The Way We Were:
Excerpts from the 1960 CFA Yearbook, Part 6

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History of the Siamese, Part 2
by Carlon Boren

The earliest information on Siamese in Europe makes no reference to the Blue Pointed Siamese. While the first Siamese were imported into England as early as 1883, the first recorded showing of a Blue Point Siamese occurred at the Holland House show in London in 1896. Mr. Spearman, a young Englishman just home from Siam, exhibited a Blue Pointed cat. The judge said it was not a Siamese and refused to judge it as a Siamese! Mr. Spearman insisted that it was a Siamese and that there were others like it in Siam. At about this time, Miss Forestier Walker, one of the first breeders to introduce Siamese into England, wrote: "We have heard of 'any other color Siamese', but these cats of foreign breed, claiming to be Siamese are but the result of a cross. We have been told of black, blue and tabby Siamese, but the fanciers of Siamese look askance at these freaks and feel that it is worse than useless to attempt to produce any other variety than that which we have learned by custom to designate as the Royal Cat of Siam." In 1902, the Siamese Cat Club of England refused to recognize the Blue Pointed Siamese and it was omitted from their standard of points at that time.

The origin of the Blue Point Siamese is also shrouded in obscurity. That the Blue Point Siamese cat existed for some years at least, in Siam seems proven by such writers as these: Henry Milner Rideout, in 'The Siamese Cat', published in 1908, writes: "The King has officially declared that the Blue Cats are royal"; Huidekoper in 'The Cat', published still earlier in 1895, says: "The preferable colors are a dun or fawn color, although they are sometimes a silver gray". Since the Siamese people kept no records of their cats and usually allowed them to mate at random, mutation of black to blue within the stock seems much less likely than hybridization in Siam with the cats already possessing the maltese-blue gene. True it is that the Siamese cats imported into England in the early days rarely carried the blue gene or it would have cropped out more frequently and earlier in the history of the fancy in England and would have been well known to the early judges there.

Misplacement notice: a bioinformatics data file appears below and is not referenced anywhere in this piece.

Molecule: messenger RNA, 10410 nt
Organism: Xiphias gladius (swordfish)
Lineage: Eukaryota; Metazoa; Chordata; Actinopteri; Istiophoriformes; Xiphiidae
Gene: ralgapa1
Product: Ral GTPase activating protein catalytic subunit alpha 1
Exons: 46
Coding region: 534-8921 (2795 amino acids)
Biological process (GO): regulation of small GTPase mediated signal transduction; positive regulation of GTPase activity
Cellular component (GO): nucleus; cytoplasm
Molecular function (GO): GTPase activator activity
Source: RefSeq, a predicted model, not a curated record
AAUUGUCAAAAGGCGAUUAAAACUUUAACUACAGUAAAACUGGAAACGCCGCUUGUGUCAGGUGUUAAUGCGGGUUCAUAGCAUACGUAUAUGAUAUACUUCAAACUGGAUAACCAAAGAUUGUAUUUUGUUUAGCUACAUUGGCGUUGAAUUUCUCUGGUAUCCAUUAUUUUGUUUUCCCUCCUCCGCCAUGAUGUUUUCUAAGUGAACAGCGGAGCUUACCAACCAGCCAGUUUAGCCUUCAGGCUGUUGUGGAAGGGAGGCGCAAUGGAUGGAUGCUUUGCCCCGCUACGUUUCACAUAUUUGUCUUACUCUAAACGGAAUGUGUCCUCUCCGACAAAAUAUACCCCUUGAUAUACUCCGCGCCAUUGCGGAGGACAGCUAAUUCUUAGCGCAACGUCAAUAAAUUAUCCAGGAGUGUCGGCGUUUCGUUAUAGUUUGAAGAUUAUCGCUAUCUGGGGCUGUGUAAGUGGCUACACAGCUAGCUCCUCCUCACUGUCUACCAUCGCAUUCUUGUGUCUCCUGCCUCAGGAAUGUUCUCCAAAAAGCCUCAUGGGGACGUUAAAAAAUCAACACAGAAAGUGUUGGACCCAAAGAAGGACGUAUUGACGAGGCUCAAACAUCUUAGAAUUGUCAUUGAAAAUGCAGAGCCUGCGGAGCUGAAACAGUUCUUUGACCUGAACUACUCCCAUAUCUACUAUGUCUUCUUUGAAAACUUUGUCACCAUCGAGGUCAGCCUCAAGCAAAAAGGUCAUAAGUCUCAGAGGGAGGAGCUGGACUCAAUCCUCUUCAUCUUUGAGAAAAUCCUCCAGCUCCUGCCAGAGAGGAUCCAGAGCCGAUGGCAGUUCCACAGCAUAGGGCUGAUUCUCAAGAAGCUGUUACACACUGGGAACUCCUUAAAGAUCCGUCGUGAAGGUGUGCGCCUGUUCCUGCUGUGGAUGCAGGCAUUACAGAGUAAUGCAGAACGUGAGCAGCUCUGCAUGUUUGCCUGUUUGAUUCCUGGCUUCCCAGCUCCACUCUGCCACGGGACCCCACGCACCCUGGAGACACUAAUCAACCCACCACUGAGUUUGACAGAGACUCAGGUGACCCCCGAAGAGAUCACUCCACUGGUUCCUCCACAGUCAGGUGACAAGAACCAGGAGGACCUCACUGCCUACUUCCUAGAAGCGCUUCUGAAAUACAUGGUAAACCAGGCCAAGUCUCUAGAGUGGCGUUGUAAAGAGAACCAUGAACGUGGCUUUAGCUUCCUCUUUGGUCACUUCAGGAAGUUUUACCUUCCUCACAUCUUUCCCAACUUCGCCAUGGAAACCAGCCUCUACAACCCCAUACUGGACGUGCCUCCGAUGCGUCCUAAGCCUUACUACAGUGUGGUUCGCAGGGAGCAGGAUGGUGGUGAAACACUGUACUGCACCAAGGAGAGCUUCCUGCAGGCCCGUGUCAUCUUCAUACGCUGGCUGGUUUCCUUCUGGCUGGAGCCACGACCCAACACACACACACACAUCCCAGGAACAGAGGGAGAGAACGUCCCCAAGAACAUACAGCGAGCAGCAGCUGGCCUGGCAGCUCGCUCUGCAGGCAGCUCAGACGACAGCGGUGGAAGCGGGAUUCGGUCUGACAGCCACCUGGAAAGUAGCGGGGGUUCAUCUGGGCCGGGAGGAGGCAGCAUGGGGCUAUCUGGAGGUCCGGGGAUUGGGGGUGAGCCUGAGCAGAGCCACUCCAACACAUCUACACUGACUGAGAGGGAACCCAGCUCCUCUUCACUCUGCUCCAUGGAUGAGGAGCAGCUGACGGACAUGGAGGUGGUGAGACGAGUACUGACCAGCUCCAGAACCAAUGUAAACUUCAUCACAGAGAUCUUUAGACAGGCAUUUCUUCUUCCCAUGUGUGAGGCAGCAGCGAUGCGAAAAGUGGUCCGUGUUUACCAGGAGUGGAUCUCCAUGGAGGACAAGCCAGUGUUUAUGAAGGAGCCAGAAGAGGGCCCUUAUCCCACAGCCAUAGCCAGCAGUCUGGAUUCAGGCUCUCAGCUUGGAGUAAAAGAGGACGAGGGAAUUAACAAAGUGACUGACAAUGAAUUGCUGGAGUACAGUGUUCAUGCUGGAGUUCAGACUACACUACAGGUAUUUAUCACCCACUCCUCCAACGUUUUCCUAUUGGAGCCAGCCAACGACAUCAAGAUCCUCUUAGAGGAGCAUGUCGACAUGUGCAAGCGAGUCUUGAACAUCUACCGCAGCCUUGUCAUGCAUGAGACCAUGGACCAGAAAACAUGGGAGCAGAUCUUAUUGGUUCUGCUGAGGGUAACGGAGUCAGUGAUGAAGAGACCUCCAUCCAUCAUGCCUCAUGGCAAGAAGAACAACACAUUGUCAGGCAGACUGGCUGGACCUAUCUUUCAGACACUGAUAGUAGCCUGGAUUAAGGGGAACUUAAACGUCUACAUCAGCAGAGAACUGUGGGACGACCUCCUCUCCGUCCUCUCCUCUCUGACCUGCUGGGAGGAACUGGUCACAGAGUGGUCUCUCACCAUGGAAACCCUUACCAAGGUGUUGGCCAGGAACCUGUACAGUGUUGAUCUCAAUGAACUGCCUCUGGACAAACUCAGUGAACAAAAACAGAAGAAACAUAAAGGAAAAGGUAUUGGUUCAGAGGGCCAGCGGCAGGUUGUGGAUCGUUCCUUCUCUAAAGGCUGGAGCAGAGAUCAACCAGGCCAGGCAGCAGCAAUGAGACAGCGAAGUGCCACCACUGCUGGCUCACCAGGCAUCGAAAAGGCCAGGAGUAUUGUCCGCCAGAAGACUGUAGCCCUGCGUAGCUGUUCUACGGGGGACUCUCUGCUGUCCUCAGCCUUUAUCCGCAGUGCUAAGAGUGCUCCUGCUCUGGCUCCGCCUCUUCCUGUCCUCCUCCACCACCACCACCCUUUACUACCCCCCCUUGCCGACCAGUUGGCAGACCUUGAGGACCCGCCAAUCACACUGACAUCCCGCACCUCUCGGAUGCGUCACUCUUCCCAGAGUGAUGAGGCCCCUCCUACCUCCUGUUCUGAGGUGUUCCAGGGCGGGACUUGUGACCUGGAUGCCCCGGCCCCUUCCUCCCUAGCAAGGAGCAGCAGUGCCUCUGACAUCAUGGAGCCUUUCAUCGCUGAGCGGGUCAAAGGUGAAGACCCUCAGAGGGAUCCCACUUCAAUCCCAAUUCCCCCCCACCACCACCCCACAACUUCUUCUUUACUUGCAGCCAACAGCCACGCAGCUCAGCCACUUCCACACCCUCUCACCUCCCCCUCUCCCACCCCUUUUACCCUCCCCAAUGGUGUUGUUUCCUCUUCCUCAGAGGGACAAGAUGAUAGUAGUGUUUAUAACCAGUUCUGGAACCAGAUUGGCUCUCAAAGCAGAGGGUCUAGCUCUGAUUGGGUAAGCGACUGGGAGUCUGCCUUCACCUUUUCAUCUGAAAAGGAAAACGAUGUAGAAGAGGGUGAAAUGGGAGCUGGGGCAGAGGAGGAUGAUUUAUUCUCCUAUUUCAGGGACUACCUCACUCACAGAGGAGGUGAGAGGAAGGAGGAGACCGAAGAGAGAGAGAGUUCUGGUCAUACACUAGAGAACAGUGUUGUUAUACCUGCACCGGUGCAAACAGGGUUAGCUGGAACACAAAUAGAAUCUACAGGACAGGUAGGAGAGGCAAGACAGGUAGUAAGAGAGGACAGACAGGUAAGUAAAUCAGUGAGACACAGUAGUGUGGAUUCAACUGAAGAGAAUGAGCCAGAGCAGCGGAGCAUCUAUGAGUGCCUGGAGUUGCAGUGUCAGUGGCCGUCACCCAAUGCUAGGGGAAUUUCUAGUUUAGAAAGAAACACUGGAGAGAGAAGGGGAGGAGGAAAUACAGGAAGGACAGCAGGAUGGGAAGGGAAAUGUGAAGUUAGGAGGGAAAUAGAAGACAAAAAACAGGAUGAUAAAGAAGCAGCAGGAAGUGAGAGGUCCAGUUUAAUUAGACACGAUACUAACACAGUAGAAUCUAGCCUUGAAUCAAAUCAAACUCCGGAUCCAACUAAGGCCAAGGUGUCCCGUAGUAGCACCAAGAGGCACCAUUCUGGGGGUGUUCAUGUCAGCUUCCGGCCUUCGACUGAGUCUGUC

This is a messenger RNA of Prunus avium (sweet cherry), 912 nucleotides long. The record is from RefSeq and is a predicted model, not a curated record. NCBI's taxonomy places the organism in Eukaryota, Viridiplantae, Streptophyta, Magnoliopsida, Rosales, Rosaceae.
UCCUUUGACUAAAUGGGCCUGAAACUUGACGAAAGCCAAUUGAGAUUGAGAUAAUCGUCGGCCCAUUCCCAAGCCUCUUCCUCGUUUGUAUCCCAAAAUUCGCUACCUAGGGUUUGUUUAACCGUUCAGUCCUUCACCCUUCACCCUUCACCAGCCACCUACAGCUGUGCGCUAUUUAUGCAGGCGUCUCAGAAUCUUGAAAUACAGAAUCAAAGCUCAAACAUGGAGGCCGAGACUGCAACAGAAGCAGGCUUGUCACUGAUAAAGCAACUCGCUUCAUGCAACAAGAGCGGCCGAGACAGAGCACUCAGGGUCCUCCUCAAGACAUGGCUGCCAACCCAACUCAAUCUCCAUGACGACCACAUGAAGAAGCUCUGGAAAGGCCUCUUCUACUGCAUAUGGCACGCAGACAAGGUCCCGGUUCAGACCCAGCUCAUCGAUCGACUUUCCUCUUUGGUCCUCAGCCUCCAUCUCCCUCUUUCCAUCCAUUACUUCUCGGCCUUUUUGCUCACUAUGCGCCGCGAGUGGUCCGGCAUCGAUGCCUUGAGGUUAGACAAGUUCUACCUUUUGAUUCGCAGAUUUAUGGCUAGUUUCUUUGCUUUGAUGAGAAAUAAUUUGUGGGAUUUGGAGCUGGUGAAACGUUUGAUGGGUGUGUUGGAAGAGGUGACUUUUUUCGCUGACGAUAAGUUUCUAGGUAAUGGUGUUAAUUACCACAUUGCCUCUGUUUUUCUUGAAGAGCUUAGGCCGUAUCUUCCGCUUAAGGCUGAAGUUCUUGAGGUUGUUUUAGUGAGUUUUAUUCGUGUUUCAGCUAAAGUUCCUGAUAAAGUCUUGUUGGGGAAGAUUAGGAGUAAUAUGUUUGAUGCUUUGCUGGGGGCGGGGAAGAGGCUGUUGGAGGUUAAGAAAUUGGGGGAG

In England, a few years before World War II, interest was beginning to be shown in Blue Pointed Siamese. These had caused some considerable controversy among breeders, many of whom were of the opinion that they were "sports" and therefore could not breed true, but a few whose convictions were based on research refuted these opinions and "The Blue Pointed Siamese Cat Club" was formed. Through the offices of this Club, which guaranteed classes and offered its cups and specials at all the shows, Blue Points became a separate breed listed on the Governing Council's list of breeds as 24a, and specimens were shown in their own classes, not, as had been the custom before the advent of the Club, mixed with the Seal Points in the ordinary classes. Mrs. W. Cox-Ife was noted for her wonderful Blue Pointed Siamese and was deeply interested in the new breed. She kept the Club in a flourishing position in her capacity as secretary, acting also as its delegate on the Gov. Council. Thus, we have seen, following the appearance of the Blue Pointed Siamese in Europe, a period of thirty years elapsed before it was accepted in England. Following recognition, more and more Blue Pointed specimens, every year, appeared on the show bench in England and many became full champions because they were in every way worthy of the honors they had won.